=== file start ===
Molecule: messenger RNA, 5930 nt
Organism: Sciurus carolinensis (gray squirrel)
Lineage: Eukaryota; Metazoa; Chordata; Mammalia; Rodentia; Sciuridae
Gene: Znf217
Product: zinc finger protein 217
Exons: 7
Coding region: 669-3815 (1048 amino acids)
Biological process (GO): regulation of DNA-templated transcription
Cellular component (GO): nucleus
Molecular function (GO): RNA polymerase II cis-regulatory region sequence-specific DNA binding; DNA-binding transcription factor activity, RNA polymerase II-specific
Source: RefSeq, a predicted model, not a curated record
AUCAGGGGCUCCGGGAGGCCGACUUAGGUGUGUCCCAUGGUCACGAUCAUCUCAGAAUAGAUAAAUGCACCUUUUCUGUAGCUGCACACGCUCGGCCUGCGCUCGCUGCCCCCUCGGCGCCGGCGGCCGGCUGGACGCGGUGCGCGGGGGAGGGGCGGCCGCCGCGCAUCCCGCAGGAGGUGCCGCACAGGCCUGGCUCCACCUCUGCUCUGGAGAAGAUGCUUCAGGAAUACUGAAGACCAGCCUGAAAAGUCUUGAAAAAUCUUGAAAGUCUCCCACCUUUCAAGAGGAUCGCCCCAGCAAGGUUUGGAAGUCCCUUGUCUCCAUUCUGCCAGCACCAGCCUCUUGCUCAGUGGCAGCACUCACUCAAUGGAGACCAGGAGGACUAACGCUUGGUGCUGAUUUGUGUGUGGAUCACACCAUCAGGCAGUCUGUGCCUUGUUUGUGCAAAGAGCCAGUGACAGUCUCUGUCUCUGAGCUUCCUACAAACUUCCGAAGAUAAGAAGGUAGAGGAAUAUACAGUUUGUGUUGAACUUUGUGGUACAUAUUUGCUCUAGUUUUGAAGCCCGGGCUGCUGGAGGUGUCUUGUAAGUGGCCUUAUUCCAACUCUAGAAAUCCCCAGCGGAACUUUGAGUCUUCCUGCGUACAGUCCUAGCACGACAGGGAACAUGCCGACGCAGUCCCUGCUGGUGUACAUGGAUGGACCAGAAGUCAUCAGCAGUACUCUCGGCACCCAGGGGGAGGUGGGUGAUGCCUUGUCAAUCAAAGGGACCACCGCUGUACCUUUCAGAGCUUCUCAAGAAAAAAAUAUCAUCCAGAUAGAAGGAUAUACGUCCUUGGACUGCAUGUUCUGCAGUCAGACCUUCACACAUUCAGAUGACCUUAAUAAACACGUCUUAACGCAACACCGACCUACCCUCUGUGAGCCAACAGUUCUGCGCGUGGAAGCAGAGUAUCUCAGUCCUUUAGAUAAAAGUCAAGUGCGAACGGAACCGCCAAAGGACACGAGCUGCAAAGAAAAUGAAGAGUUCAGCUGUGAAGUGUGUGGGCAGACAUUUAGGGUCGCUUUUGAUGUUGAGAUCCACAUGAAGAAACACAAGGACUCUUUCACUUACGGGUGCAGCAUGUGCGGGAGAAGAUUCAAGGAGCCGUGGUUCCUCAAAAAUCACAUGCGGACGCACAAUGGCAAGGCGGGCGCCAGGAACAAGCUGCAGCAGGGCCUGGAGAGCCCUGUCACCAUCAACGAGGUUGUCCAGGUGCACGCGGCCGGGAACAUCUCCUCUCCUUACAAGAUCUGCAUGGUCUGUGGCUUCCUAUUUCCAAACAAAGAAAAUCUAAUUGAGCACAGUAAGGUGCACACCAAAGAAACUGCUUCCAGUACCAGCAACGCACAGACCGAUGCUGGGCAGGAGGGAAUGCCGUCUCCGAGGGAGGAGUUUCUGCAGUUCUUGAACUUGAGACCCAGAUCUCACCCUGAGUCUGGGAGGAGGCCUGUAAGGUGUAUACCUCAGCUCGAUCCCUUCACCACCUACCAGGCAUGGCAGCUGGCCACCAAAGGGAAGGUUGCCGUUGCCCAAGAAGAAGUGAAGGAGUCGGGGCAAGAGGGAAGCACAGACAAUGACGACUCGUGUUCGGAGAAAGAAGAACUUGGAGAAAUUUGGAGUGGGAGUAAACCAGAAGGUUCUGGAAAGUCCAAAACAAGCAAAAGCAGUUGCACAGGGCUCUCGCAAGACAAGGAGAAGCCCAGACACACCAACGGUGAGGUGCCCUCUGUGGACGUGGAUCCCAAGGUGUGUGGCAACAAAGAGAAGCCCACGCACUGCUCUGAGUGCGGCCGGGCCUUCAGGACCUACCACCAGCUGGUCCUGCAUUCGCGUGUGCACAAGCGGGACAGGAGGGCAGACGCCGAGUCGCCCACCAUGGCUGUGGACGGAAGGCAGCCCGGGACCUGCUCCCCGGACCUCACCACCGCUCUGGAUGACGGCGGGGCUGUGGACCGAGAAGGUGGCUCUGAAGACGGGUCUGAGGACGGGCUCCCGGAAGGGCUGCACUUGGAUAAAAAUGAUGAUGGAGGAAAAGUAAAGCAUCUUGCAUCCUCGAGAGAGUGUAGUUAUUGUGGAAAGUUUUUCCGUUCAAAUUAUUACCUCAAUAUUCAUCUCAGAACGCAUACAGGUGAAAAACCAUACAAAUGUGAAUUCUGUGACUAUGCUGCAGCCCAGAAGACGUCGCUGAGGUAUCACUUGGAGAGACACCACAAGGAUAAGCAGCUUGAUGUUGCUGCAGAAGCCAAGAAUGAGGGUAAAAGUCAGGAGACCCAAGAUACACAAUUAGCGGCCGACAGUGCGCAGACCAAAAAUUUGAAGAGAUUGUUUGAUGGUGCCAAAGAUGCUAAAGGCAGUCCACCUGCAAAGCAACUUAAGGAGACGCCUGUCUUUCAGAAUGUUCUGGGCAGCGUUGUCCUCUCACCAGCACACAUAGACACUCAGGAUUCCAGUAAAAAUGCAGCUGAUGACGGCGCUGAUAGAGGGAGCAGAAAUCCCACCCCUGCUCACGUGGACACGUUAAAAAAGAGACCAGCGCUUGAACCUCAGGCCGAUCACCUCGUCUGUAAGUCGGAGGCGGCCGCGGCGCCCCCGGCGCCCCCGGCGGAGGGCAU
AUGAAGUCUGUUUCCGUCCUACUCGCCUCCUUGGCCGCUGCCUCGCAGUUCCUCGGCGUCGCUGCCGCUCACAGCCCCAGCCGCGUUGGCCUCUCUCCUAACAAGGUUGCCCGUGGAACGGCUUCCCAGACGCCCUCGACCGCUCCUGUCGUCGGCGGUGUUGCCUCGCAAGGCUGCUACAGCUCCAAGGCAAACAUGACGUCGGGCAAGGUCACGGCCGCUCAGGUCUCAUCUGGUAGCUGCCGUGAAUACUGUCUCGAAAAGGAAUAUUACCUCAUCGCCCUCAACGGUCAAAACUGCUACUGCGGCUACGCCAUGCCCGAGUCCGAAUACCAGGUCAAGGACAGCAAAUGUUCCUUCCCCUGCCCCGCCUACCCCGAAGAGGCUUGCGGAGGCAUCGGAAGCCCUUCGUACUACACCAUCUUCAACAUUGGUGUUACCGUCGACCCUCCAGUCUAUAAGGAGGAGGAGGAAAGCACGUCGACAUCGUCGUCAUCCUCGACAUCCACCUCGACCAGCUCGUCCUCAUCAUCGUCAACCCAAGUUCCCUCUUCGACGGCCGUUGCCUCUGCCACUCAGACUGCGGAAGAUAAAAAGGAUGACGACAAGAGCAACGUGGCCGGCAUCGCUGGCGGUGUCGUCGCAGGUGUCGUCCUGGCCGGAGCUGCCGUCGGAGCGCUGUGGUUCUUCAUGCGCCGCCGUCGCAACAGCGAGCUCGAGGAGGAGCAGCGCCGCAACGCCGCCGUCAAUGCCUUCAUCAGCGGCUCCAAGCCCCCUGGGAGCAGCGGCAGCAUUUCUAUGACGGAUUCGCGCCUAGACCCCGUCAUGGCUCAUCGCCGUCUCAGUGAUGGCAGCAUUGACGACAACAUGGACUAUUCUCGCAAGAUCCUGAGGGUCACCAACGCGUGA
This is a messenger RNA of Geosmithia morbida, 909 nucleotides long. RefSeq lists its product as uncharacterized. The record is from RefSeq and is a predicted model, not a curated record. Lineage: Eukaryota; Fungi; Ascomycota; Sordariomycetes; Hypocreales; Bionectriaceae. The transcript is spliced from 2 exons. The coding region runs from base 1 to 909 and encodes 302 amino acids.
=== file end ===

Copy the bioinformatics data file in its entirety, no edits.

Molecule: messenger RNA, 5930 nt
Organism: Sciurus carolinensis (gray squirrel)
Lineage: Eukaryota; Metazoa; Chordata; Mammalia; Rodentia; Sciuridae
Gene: Znf217
Product: zinc finger protein 217
Exons: 7
Coding region: 669-3815 (1048 amino acids)
Biological process (GO): regulation of DNA-templated transcription
Cellular component (GO): nucleus
Molecular function (GO): RNA polymerase II cis-regulatory region sequence-specific DNA binding; DNA-binding transcription factor activity, RNA polymerase II-specific
Source: RefSeq, a predicted model, not a curated record
AUCAGGGGCUCCGGGAGGCCGACUUAGGUGUGUCCCAUGGUCACGAUCAUCUCAGAAUAGAUAAAUGCACCUUUUCUGUAGCUGCACACGCUCGGCCUGCGCUCGCUGCCCCCUCGGCGCCGGCGGCCGGCUGGACGCGGUGCGCGGGGGAGGGGCGGCCGCCGCGCAUCCCGCAGGAGGUGCCGCACAGGCCUGGCUCCACCUCUGCUCUGGAGAAGAUGCUUCAGGAAUACUGAAGACCAGCCUGAAAAGUCUUGAAAAAUCUUGAAAGUCUCCCACCUUUCAAGAGGAUCGCCCCAGCAAGGUUUGGAAGUCCCUUGUCUCCAUUCUGCCAGCACCAGCCUCUUGCUCAGUGGCAGCACUCACUCAAUGGAGACCAGGAGGACUAACGCUUGGUGCUGAUUUGUGUGUGGAUCACACCAUCAGGCAGUCUGUGCCUUGUUUGUGCAAAGAGCCAGUGACAGUCUCUGUCUCUGAGCUUCCUACAAACUUCCGAAGAUAAGAAGGUAGAGGAAUAUACAGUUUGUGUUGAACUUUGUGGUACAUAUUUGCUCUAGUUUUGAAGCCCGGGCUGCUGGAGGUGUCUUGUAAGUGGCCUUAUUCCAACUCUAGAAAUCCCCAGCGGAACUUUGAGUCUUCCUGCGUACAGUCCUAGCACGACAGGGAACAUGCCGACGCAGUCCCUGCUGGUGUACAUGGAUGGACCAGAAGUCAUCAGCAGUACUCUCGGCACCCAGGGGGAGGUGGGUGAUGCCUUGUCAAUCAAAGGGACCACCGCUGUACCUUUCAGAGCUUCUCAAGAAAAAAAUAUCAUCCAGAUAGAAGGAUAUACGUCCUUGGACUGCAUGUUCUGCAGUCAGACCUUCACACAUUCAGAUGACCUUAAUAAACACGUCUUAACGCAACACCGACCUACCCUCUGUGAGCCAACAGUUCUGCGCGUGGAAGCAGAGUAUCUCAGUCCUUUAGAUAAAAGUCAAGUGCGAACGGAACCGCCAAAGGACACGAGCUGCAAAGAAAAUGAAGAGUUCAGCUGUGAAGUGUGUGGGCAGACAUUUAGGGUCGCUUUUGAUGUUGAGAUCCACAUGAAGAAACACAAGGACUCUUUCACUUACGGGUGCAGCAUGUGCGGGAGAAGAUUCAAGGAGCCGUGGUUCCUCAAAAAUCACAUGCGGACGCACAAUGGCAAGGCGGGCGCCAGGAACAAGCUGCAGCAGGGCCUGGAGAGCCCUGUCACCAUCAACGAGGUUGUCCAGGUGCACGCGGCCGGGAACAUCUCCUCUCCUUACAAGAUCUGCAUGGUCUGUGGCUUCCUAUUUCCAAACAAAGAAAAUCUAAUUGAGCACAGUAAGGUGCACACCAAAGAAACUGCUUCCAGUACCAGCAACGCACAGACCGAUGCUGGGCAGGAGGGAAUGCCGUCUCCGAGGGAGGAGUUUCUGCAGUUCUUGAACUUGAGACCCAGAUCUCACCCUGAGUCUGGGAGGAGGCCUGUAAGGUGUAUACCUCAGCUCGAUCCCUUCACCACCUACCAGGCAUGGCAGCUGGCCACCAAAGGGAAGGUUGCCGUUGCCCAAGAAGAAGUGAAGGAGUCGGGGCAAGAGGGAAGCACAGACAAUGACGACUCGUGUUCGGAGAAAGAAGAACUUGGAGAAAUUUGGAGUGGGAGUAAACCAGAAGGUUCUGGAAAGUCCAAAACAAGCAAAAGCAGUUGCACAGGGCUCUCGCAAGACAAGGAGAAGCCCAGACACACCAACGGUGAGGUGCCCUCUGUGGACGUGGAUCCCAAGGUGUGUGGCAACAAAGAGAAGCCCACGCACUGCUCUGAGUGCGGCCGGGCCUUCAGGACCUACCACCAGCUGGUCCUGCAUUCGCGUGUGCACAAGCGGGACAGGAGGGCAGACGCCGAGUCGCCCACCAUGGCUGUGGACGGAAGGCAGCCCGGGACCUGCUCCCCGGACCUCACCACCGCUCUGGAUGACGGCGGGGCUGUGGACCGAGAAGGUGGCUCUGAAGACGGGUCUGAGGACGGGCUCCCGGAAGGGCUGCACUUGGAUAAAAAUGAUGAUGGAGGAAAAGUAAAGCAUCUUGCAUCCUCGAGAGAGUGUAGUUAUUGUGGAAAGUUUUUCCGUUCAAAUUAUUACCUCAAUAUUCAUCUCAGAACGCAUACAGGUGAAAAACCAUACAAAUGUGAAUUCUGUGACUAUGCUGCAGCCCAGAAGACGUCGCUGAGGUAUCACUUGGAGAGACACCACAAGGAUAAGCAGCUUGAUGUUGCUGCAGAAGCCAAGAAUGAGGGUAAAAGUCAGGAGACCCAAGAUACACAAUUAGCGGCCGACAGUGCGCAGACCAAAAAUUUGAAGAGAUUGUUUGAUGGUGCCAAAGAUGCUAAAGGCAGUCCACCUGCAAAGCAACUUAAGGAGACGCCUGUCUUUCAGAAUGUUCUGGGCAGCGUUGUCCUCUCACCAGCACACAUAGACACUCAGGAUUCCAGUAAAAAUGCAGCUGAUGACGGCGCUGAUAGAGGGAGCAGAAAUCCCACCCCUGCUCACGUGGACACGUUAAAAAAGAGACCAGCGCUUGAACCUCAGGCCGAUCACCUCGUCUGUAAGUCGGAGGCGGCCGCGGCGCCCCCGGCGCCCCCGGCGGAGGGCAU
AUGAAGUCUGUUUCCGUCCUACUCGCCUCCUUGGCCGCUGCCUCGCAGUUCCUCGGCGUCGCUGCCGCUCACAGCCCCAGCCGCGUUGGCCUCUCUCCUAACAAGGUUGCCCGUGGAACGGCUUCCCAGACGCCCUCGACCGCUCCUGUCGUCGGCGGUGUUGCCUCGCAAGGCUGCUACAGCUCCAAGGCAAACAUGACGUCGGGCAAGGUCACGGCCGCUCAGGUCUCAUCUGGUAGCUGCCGUGAAUACUGUCUCGAAAAGGAAUAUUACCUCAUCGCCCUCAACGGUCAAAACUGCUACUGCGGCUACGCCAUGCCCGAGUCCGAAUACCAGGUCAAGGACAGCAAAUGUUCCUUCCCCUGCCCCGCCUACCCCGAAGAGGCUUGCGGAGGCAUCGGAAGCCCUUCGUACUACACCAUCUUCAACAUUGGUGUUACCGUCGACCCUCCAGUCUAUAAGGAGGAGGAGGAAAGCACGUCGACAUCGUCGUCAUCCUCGACAUCCACCUCGACCAGCUCGUCCUCAUCAUCGUCAACCCAAGUUCCCUCUUCGACGGCCGUUGCCUCUGCCACUCAGACUGCGGAAGAUAAAAAGGAUGACGACAAGAGCAACGUGGCCGGCAUCGCUGGCGGUGUCGUCGCAGGUGUCGUCCUGGCCGGAGCUGCCGUCGGAGCGCUGUGGUUCUUCAUGCGCCGCCGUCGCAACAGCGAGCUCGAGGAGGAGCAGCGCCGCAACGCCGCCGUCAAUGCCUUCAUCAGCGGCUCCAAGCCCCCUGGGAGCAGCGGCAGCAUUUCUAUGACGGAUUCGCGCCUAGACCCCGUCAUGGCUCAUCGCCGUCUCAGUGAUGGCAGCAUUGACGACAACAUGGACUAUUCUCGCAAGAUCCUGAGGGUCACCAACGCGUGA
This is a messenger RNA of Geosmithia morbida, 909 nucleotides long. RefSeq lists its product as uncharacterized. The record is from RefSeq and is a predicted model, not a curated record. Lineage: Eukaryota; Fungi; Ascomycota; Sordariomycetes; Hypocreales; Bionectriaceae. The transcript is spliced from 2 exons. The coding region runs from base 1 to 909 and encodes 302 amino acids.